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Therapeutic Vascular and Immune Normalization in the Melanoma Microenvironment Using STING Agonists

Chelvanambi, Manoj (2021) Therapeutic Vascular and Immune Normalization in the Melanoma Microenvironment Using STING Agonists. Doctoral Dissertation, University of Pittsburgh. (Unpublished)

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CD8+ T-cells are indispensable for immune-mediated rejection of solid cancers. Hence, the conditional enhancement of intratumoral T-cell content and/or function defines a preferred outcome for successful immunotherapies. Activated anti-tumor CD8+ T-cells rely on functional blood vessels for their efficient trafficking to, and extravasation into, the tumor parenchyma. Indeed, pathologic progression of solid tumors is closely associated with the development of structurally and functionally abnormal tumor blood vessels which impede T-cell infiltration into cancer lesions. In this regard, therapeutic dosing of anti-angiogenic interventional strategies fortifies or reprograms tumor blood vessels (or vascular normalization) to significantly improve intratumoral CD8+ T-cell infiltration. Intriguingly, agonists of Stimulator of Interferon Genes (STING), which evolved from a class of anti-angiogenic agents, have recently demonstrated significant clinical promise for their ability to enhance CD8+ T-cell recruitment into tumors but whether therapeutic changes to the tumor vasculature underlies successful immune-mediated tumor control remain only partially resolved. Indeed, in this thesis, I demonstrate that intratumoral administration of STING agonist ADU S-100 induces vascular normalization (i.e., improved vascular perfusion, enhanced pericyte coverage and increased endothelial activation) and enhances tumor infiltration by immune cells, specifically, CD8+ T-cells and CD11c+ dendritic cells (DC). STING activation also increases local production of pro-inflammatory cytokines/chemokines that sponsor the development of high endothelial venules (HEV) and HEV-associated tertiary lymphoid structures (TLS) within the therapeutic melanoma tumor microenvironment (TME). HEV/TLS formation with STING agonism was further linked to evidence of local T-cell cross-priming by tumor-resident antigen presenting cells (APC) within the tumor microenvironment (TME), with the therapeutic tumor infiltrating lymphocyte (TIL) repertoire exhibiting enrichment in T cell clonotypes found in the periphery as well as those detected only within the TME. These vasculature-centric underpinnings for the efficacy of STING agonist-based interventions provide enthusiasm for improved translational value of future combinational cancer immunotherapies that seek to integrate these agents.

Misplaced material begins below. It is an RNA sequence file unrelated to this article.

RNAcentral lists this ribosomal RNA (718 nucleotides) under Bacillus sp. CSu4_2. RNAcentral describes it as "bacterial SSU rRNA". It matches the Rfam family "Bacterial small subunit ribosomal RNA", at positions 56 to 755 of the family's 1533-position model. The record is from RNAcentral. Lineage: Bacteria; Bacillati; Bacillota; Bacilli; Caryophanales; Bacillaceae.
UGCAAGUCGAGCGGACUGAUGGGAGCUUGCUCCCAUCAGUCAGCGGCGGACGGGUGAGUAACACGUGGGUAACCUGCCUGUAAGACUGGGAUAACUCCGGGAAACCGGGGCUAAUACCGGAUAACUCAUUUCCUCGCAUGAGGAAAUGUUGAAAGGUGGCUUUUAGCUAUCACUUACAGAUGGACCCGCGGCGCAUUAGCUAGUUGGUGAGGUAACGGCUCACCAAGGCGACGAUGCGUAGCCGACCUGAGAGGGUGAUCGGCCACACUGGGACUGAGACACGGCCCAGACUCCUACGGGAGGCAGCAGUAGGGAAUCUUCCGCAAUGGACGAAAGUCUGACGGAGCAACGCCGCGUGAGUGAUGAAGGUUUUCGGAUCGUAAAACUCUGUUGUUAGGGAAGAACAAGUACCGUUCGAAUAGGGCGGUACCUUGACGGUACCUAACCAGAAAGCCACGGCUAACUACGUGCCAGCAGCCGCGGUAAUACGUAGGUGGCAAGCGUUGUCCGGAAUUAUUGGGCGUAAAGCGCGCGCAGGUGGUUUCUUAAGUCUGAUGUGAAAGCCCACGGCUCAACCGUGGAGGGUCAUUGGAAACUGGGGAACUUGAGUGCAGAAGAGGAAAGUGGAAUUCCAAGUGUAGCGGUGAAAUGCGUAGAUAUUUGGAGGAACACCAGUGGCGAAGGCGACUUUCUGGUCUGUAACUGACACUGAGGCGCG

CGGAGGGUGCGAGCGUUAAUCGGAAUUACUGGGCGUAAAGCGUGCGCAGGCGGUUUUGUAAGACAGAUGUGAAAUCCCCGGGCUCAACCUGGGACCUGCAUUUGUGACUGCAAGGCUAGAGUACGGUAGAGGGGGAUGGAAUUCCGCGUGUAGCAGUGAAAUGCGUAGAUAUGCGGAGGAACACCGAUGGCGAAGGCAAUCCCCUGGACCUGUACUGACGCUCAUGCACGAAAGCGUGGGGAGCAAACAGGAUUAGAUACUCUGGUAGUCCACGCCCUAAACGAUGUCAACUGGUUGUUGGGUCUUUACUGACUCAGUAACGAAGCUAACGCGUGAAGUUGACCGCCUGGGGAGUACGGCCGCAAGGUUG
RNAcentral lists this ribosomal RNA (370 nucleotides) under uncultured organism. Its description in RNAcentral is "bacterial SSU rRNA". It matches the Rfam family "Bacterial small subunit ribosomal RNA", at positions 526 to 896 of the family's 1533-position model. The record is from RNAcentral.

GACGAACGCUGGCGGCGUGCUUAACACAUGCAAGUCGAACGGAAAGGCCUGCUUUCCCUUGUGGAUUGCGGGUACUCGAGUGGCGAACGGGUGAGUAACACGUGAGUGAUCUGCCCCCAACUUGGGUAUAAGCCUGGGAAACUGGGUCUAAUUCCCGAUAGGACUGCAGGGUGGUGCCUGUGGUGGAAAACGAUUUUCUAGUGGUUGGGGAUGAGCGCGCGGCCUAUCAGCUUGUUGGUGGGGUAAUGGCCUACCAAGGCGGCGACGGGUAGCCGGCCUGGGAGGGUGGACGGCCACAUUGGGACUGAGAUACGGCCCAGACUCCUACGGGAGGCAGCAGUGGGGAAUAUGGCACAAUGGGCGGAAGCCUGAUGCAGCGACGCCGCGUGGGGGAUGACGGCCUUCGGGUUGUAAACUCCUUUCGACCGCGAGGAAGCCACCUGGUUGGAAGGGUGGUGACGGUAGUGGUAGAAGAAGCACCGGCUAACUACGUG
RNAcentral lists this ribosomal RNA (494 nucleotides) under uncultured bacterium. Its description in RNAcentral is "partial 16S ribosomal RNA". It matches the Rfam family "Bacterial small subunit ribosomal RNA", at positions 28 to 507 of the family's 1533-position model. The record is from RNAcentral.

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Item Type: University of Pittsburgh ETD
Status: Unpublished
CreatorsEmailPitt UsernameORCID
Chelvanambi, Manojmac392@pitt.edumac3920000-0003-2130-3118
ETD Committee:
TitleMemberEmail AddressPitt UsernameORCID
Committee ChairButterfield, Lisa
Committee MemberBinder, Robert
Committee MemberFalo, Louis
Committee MemberWatkins, Simon
Thesis AdvisorStorkus, Walter
Date: 13 May 2021
Date Type: Publication
Defense Date: 12 March 2021
Approval Date: 13 May 2021
Submission Date: 25 March 2021
Access Restriction: No restriction; Release the ETD for access worldwide immediately.
Number of Pages: 166
Institution: University of Pittsburgh
Schools and Programs: School of Medicine > Microbiology and Immunology
Degree: PhD - Doctor of Philosophy
Thesis Type: Doctoral Dissertation
Refereed: Yes
Uncontrolled Keywords: Melanoma, STING, Vascular Normalization, Tertiary lymphoid structures, CD8 T-cells, Dendritic cells
Date Deposited: 14 May 2021 02:00
Last Modified: 14 May 2021 02:00

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